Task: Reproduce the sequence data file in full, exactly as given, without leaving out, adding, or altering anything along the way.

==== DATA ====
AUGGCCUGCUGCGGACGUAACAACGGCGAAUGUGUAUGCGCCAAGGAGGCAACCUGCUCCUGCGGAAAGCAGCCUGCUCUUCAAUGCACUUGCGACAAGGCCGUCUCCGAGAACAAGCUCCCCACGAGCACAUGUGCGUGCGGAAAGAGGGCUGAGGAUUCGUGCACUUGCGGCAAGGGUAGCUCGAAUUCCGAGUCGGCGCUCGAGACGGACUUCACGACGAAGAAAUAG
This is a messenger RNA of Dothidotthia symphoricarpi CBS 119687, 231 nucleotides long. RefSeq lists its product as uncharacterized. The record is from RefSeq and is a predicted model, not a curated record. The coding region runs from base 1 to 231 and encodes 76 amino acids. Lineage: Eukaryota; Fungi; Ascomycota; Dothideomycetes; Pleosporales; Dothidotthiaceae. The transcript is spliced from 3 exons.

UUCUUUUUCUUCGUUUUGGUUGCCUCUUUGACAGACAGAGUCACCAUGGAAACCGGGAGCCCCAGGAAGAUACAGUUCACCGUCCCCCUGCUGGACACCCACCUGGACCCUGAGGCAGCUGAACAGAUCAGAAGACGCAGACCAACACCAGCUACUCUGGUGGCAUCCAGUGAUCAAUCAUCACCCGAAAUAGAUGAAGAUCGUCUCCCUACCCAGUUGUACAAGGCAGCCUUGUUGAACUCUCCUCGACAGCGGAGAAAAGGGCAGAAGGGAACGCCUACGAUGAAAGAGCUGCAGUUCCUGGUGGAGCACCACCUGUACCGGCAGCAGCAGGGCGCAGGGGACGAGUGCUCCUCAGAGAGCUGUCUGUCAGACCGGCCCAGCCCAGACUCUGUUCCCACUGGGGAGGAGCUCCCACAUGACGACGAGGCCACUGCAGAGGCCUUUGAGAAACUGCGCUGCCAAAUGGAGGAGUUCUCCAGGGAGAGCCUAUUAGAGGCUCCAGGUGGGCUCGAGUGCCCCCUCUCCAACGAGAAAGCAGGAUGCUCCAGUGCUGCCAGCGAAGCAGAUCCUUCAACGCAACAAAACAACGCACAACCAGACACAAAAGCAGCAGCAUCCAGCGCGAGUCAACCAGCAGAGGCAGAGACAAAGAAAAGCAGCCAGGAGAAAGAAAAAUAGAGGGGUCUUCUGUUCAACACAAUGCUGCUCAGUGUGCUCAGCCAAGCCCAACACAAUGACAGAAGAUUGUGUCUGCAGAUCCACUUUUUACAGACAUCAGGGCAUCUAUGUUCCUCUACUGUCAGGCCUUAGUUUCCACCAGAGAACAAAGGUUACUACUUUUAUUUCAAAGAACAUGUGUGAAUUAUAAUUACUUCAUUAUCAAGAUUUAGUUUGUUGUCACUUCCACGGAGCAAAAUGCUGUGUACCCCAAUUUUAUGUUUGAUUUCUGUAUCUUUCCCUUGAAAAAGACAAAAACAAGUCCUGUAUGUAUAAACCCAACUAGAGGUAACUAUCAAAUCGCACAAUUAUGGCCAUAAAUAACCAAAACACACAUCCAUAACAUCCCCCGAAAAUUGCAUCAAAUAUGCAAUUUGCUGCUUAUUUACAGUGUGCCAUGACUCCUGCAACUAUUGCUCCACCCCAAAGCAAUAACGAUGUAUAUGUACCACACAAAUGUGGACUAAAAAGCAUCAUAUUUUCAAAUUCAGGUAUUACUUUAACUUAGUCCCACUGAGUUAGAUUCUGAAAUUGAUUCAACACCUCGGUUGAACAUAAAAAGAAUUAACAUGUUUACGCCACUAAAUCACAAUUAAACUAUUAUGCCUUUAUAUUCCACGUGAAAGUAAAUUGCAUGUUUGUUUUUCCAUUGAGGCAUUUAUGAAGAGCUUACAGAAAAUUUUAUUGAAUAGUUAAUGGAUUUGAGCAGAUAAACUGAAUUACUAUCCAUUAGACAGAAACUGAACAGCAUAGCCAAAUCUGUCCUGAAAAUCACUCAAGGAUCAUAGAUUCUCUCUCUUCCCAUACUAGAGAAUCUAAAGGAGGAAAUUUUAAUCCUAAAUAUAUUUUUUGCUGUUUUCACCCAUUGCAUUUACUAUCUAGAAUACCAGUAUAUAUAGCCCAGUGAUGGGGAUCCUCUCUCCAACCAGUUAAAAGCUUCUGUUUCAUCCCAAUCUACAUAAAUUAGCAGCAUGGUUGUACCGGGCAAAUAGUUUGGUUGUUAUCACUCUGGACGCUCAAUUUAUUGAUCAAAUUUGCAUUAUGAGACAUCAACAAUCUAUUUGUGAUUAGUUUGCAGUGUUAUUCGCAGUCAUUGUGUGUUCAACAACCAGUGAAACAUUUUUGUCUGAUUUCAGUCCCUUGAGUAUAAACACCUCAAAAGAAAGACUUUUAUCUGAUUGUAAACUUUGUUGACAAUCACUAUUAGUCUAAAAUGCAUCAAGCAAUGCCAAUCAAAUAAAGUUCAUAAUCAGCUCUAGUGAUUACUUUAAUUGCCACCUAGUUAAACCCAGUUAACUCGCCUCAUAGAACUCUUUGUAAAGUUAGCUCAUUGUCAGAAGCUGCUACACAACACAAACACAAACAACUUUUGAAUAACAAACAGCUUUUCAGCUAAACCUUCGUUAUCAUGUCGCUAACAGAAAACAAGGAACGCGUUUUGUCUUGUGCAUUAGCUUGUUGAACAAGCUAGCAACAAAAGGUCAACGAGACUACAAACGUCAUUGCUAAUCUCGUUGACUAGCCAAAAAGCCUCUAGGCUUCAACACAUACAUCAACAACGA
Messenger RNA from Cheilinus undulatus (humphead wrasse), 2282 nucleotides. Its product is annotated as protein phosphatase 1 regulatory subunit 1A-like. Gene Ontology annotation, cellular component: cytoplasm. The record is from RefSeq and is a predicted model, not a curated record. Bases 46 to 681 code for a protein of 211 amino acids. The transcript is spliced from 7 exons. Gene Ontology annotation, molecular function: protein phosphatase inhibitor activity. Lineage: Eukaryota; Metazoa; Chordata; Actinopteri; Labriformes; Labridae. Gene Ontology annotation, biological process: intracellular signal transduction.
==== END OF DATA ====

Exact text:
AUGGCCUGCUGCGGACGUAACAACGGCGAAUGUGUAUGCGCCAAGGAGGCAACCUGCUCCUGCGGAAAGCAGCCUGCUCUUCAAUGCACUUGCGACAAGGCCGUCUCCGAGAACAAGCUCCCCACGAGCACAUGUGCGUGCGGAAAGAGGGCUGAGGAUUCGUGCACUUGCGGCAAGGGUAGCUCGAAUUCCGAGUCGGCGCUCGAGACGGACUUCACGACGAAGAAAUAG
This is a messenger RNA of Dothidotthia symphoricarpi CBS 119687, 231 nucleotides long. RefSeq lists its product as uncharacterized. The record is from RefSeq and is a predicted model, not a curated record. The coding region runs from base 1 to 231 and encodes 76 amino acids. Lineage: Eukaryota; Fungi; Ascomycota; Dothideomycetes; Pleosporales; Dothidotthiaceae. The transcript is spliced from 3 exons.

UUCUUUUUCUUCGUUUUGGUUGCCUCUUUGACAGACAGAGUCACCAUGGAAACCGGGAGCCCCAGGAAGAUACAGUUCACCGUCCCCCUGCUGGACACCCACCUGGACCCUGAGGCAGCUGAACAGAUCAGAAGACGCAGACCAACACCAGCUACUCUGGUGGCAUCCAGUGAUCAAUCAUCACCCGAAAUAGAUGAAGAUCGUCUCCCUACCCAGUUGUACAAGGCAGCCUUGUUGAACUCUCCUCGACAGCGGAGAAAAGGGCAGAAGGGAACGCCUACGAUGAAAGAGCUGCAGUUCCUGGUGGAGCACCACCUGUACCGGCAGCAGCAGGGCGCAGGGGACGAGUGCUCCUCAGAGAGCUGUCUGUCAGACCGGCCCAGCCCAGACUCUGUUCCCACUGGGGAGGAGCUCCCACAUGACGACGAGGCCACUGCAGAGGCCUUUGAGAAACUGCGCUGCCAAAUGGAGGAGUUCUCCAGGGAGAGCCUAUUAGAGGCUCCAGGUGGGCUCGAGUGCCCCCUCUCCAACGAGAAAGCAGGAUGCUCCAGUGCUGCCAGCGAAGCAGAUCCUUCAACGCAACAAAACAACGCACAACCAGACACAAAAGCAGCAGCAUCCAGCGCGAGUCAACCAGCAGAGGCAGAGACAAAGAAAAGCAGCCAGGAGAAAGAAAAAUAGAGGGGUCUUCUGUUCAACACAAUGCUGCUCAGUGUGCUCAGCCAAGCCCAACACAAUGACAGAAGAUUGUGUCUGCAGAUCCACUUUUUACAGACAUCAGGGCAUCUAUGUUCCUCUACUGUCAGGCCUUAGUUUCCACCAGAGAACAAAGGUUACUACUUUUAUUUCAAAGAACAUGUGUGAAUUAUAAUUACUUCAUUAUCAAGAUUUAGUUUGUUGUCACUUCCACGGAGCAAAAUGCUGUGUACCCCAAUUUUAUGUUUGAUUUCUGUAUCUUUCCCUUGAAAAAGACAAAAACAAGUCCUGUAUGUAUAAACCCAACUAGAGGUAACUAUCAAAUCGCACAAUUAUGGCCAUAAAUAACCAAAACACACAUCCAUAACAUCCCCCGAAAAUUGCAUCAAAUAUGCAAUUUGCUGCUUAUUUACAGUGUGCCAUGACUCCUGCAACUAUUGCUCCACCCCAAAGCAAUAACGAUGUAUAUGUACCACACAAAUGUGGACUAAAAAGCAUCAUAUUUUCAAAUUCAGGUAUUACUUUAACUUAGUCCCACUGAGUUAGAUUCUGAAAUUGAUUCAACACCUCGGUUGAACAUAAAAAGAAUUAACAUGUUUACGCCACUAAAUCACAAUUAAACUAUUAUGCCUUUAUAUUCCACGUGAAAGUAAAUUGCAUGUUUGUUUUUCCAUUGAGGCAUUUAUGAAGAGCUUACAGAAAAUUUUAUUGAAUAGUUAAUGGAUUUGAGCAGAUAAACUGAAUUACUAUCCAUUAGACAGAAACUGAACAGCAUAGCCAAAUCUGUCCUGAAAAUCACUCAAGGAUCAUAGAUUCUCUCUCUUCCCAUACUAGAGAAUCUAAAGGAGGAAAUUUUAAUCCUAAAUAUAUUUUUUGCUGUUUUCACCCAUUGCAUUUACUAUCUAGAAUACCAGUAUAUAUAGCCCAGUGAUGGGGAUCCUCUCUCCAACCAGUUAAAAGCUUCUGUUUCAUCCCAAUCUACAUAAAUUAGCAGCAUGGUUGUACCGGGCAAAUAGUUUGGUUGUUAUCACUCUGGACGCUCAAUUUAUUGAUCAAAUUUGCAUUAUGAGACAUCAACAAUCUAUUUGUGAUUAGUUUGCAGUGUUAUUCGCAGUCAUUGUGUGUUCAACAACCAGUGAAACAUUUUUGUCUGAUUUCAGUCCCUUGAGUAUAAACACCUCAAAAGAAAGACUUUUAUCUGAUUGUAAACUUUGUUGACAAUCACUAUUAGUCUAAAAUGCAUCAAGCAAUGCCAAUCAAAUAAAGUUCAUAAUCAGCUCUAGUGAUUACUUUAAUUGCCACCUAGUUAAACCCAGUUAACUCGCCUCAUAGAACUCUUUGUAAAGUUAGCUCAUUGUCAGAAGCUGCUACACAACACAAACACAAACAACUUUUGAAUAACAAACAGCUUUUCAGCUAAACCUUCGUUAUCAUGUCGCUAACAGAAAACAAGGAACGCGUUUUGUCUUGUGCAUUAGCUUGUUGAACAAGCUAGCAACAAAAGGUCAACGAGACUACAAACGUCAUUGCUAAUCUCGUUGACUAGCCAAAAAGCCUCUAGGCUUCAACACAUACAUCAACAACGA
Messenger RNA from Cheilinus undulatus (humphead wrasse), 2282 nucleotides. Its product is annotated as protein phosphatase 1 regulatory subunit 1A-like. Gene Ontology annotation, cellular component: cytoplasm. The record is from RefSeq and is a predicted model, not a curated record. Bases 46 to 681 code for a protein of 211 amino acids. The transcript is spliced from 7 exons. Gene Ontology annotation, molecular function: protein phosphatase inhibitor activity. Lineage: Eukaryota; Metazoa; Chordata; Actinopteri; Labriformes; Labridae. Gene Ontology annotation, biological process: intracellular signal transduction.